A factsheet published to set out details of the next stage of the government’s controversial Get Ready for Brexit campaign has defended the media blitz and insisted it “does not contain party political messaging”.
In a detailed rebuttal of some of the questions the civil service has faced since the campaign was launched, the Cabinet Office factsheet said it provided “essential information to businesses and members of the public”.
The £100m drive, launched last month, has been controversial as it came at a time when the government was unsuccessfully attempting to call a general election.It has continued despite parliament passing legislation intended to stop the UK leaving the European Union without an agreement. Among those expressing concerns was Labour MP Mary Creagh, who wrote to cabinet secretary Sir Mark Sedwill calling on the government to halt the campaign, which she said had already been politicised.
Published to coincide with the new phase of the campaign – complete with a countdown to the UK's current 31 October departure date, the publication answers questions including: “The civil service is supposed to be impartial, why is it supporting Brexit?” and “Isn’t this politicisation of the civil service?”
The guidance stated that the campaign “provides the facts citizens and businesses need to know about the preparations they need to take to be ready for when the UK leaves the EU”.
Addressing the concern over whether it is “right that the taxpayers’ money should be used to promote Brexit?”, the literature retorts that “the campaign does not seek to promote Brexit”.
“Its objective is to ensure that citizens and businesses are fully prepared for the changes that will come from the UK leaving the EU.”
Addressing the concern that “The civil service is supposed to be impartial, why is it supporting Brexit?”, it replies: “The civil service code clearly sets out that all staff should adhere to the standards of integrity, honesty, objectivity and impartiality. Impartiality means that civil servants must serve the government of the day, whatever its political persuasion or policies, to the best of their ability no matter what their own political beliefs.
“The government’s policy is that the UK leaves the EU on 31 October. It is the job of civil servants to support ministers in delivering that policy and to help ministers communicate that policy factually.”
It said the campaign is not politicisation of officials because “the purpose of this campaign is to inform people and businesses of the actions they need to take to prepare for the UK’s departure from the EU in a factual way and does not contain party political messaging”.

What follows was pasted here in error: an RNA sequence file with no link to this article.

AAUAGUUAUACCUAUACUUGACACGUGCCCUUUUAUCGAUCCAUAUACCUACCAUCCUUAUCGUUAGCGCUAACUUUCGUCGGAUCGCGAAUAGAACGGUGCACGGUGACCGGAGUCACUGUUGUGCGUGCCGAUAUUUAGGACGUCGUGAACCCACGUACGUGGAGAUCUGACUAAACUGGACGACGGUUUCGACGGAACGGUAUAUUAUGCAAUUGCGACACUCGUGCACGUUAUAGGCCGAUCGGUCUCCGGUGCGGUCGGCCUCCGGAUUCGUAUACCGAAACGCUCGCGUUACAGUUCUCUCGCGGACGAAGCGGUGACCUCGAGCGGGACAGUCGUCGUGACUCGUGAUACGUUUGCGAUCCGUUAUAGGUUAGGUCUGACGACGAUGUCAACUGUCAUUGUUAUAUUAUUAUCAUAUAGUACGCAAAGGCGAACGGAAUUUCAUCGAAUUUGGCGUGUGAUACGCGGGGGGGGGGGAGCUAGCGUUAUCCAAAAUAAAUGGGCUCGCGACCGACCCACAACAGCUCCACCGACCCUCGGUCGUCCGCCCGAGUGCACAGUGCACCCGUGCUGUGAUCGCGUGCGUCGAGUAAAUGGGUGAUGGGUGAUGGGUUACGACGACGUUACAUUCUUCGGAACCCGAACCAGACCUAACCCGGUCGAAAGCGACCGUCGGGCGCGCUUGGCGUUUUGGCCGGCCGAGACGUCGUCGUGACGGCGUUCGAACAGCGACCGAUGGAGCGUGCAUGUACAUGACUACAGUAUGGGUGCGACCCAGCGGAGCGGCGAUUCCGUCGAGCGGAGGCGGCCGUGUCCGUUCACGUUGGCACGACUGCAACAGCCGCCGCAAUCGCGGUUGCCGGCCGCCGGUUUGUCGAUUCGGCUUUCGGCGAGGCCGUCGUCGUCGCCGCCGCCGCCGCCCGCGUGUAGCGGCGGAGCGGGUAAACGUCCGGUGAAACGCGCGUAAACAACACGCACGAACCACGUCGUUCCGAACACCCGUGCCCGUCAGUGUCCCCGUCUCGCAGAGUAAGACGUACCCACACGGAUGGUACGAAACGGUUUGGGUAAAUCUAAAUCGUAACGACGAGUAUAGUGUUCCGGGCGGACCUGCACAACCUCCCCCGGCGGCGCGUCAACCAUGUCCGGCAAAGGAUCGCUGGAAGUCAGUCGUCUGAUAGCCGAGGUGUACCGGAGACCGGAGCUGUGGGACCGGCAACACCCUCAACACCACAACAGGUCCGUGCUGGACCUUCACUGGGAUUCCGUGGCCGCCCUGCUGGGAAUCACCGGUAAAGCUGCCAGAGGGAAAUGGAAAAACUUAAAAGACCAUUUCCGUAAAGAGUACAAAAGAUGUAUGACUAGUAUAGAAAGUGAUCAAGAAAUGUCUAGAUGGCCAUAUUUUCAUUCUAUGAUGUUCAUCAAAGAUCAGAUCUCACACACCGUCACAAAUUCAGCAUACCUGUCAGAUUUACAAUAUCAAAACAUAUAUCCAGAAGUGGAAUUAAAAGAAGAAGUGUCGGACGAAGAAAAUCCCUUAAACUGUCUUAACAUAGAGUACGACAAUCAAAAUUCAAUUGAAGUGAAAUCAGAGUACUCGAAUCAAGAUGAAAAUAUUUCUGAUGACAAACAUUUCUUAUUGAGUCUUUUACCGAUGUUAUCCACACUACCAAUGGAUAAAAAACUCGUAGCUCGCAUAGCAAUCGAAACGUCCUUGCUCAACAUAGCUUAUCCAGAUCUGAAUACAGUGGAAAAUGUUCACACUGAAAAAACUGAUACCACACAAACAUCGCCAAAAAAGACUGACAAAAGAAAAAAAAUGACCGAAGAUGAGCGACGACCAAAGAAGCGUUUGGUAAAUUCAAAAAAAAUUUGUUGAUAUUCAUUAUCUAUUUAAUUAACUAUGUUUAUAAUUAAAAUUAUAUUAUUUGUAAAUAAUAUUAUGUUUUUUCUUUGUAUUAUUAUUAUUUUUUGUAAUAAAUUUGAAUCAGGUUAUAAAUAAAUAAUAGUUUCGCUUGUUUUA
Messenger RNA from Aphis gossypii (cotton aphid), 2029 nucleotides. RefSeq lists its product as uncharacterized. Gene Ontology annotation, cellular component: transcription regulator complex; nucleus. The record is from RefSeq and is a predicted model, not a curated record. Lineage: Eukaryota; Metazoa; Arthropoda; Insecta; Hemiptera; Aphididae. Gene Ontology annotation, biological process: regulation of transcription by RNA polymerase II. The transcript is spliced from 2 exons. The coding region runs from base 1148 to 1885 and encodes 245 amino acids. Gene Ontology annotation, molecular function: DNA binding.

The Cabinet Office factsheet also addresses the question of whether the legislation passed by MPs to stop a no-deal Brexit would make leaving the EU on the 31 October against the law.
It states “no”, while setting out the terms of the act, and concludes: “The EU would need to agree any request for an extension and if they did not then the exit date would not change.”
The pamphlet adds: “It is important that businesses and citizens prepare themselves for leaving the EU on 31 October and do not assume that they can put off preparations until a later date.”
The new stage of the campaign heralded by the factsheet will include the introduction of a countdown calendar to 31 October on billboards and other communications.
“Our creative approach was tested across the UK. This research showed that action was more likely to be taken when it was made clear that there were fewer than thirty days to do so,” according to the Cabinet Office.
“We continually optimise the campaign to make sure the right messages reach all of our audiences.”
The details of the comms campaign come after the government revealed more details of its Operation Yellowhammer plans that will kick in if the UK leaves the European Union without a deal and which have been developed across Whitehall.
Chancellor of the Duchy of Lancaster Michael Gove, who is heading up the government’s no-deal preparations in the Cabinet Office, published a government no-deal readiness report on Tuesday afternoon.
The readiness report confirms that Yellowhammer has been led by the Civil Contingencies Secretariat in the Cabinet Office and provides detail on how the assessment was complied.
The assessment provides “a common, stretching, scenario for all stakeholders to plan against and for which, if plans are in place, a reasonable level of preparedness can be expected for most manifestations of the risk”, according to the readiness report.
“The lead government departments responsible for each impact area have taken steps to define the potential impact, develop reasonable worst-case planning assumptions and put in place contingency plans to mitigate, as far as possible, potential disruption.”
The report also confirmed that Yellowhammer’s operations base will provide “a coordination system across the government and partners for deployment at the time of exit, to allow the rapid identification of impacts, fast decision making and delivery of effective responses”.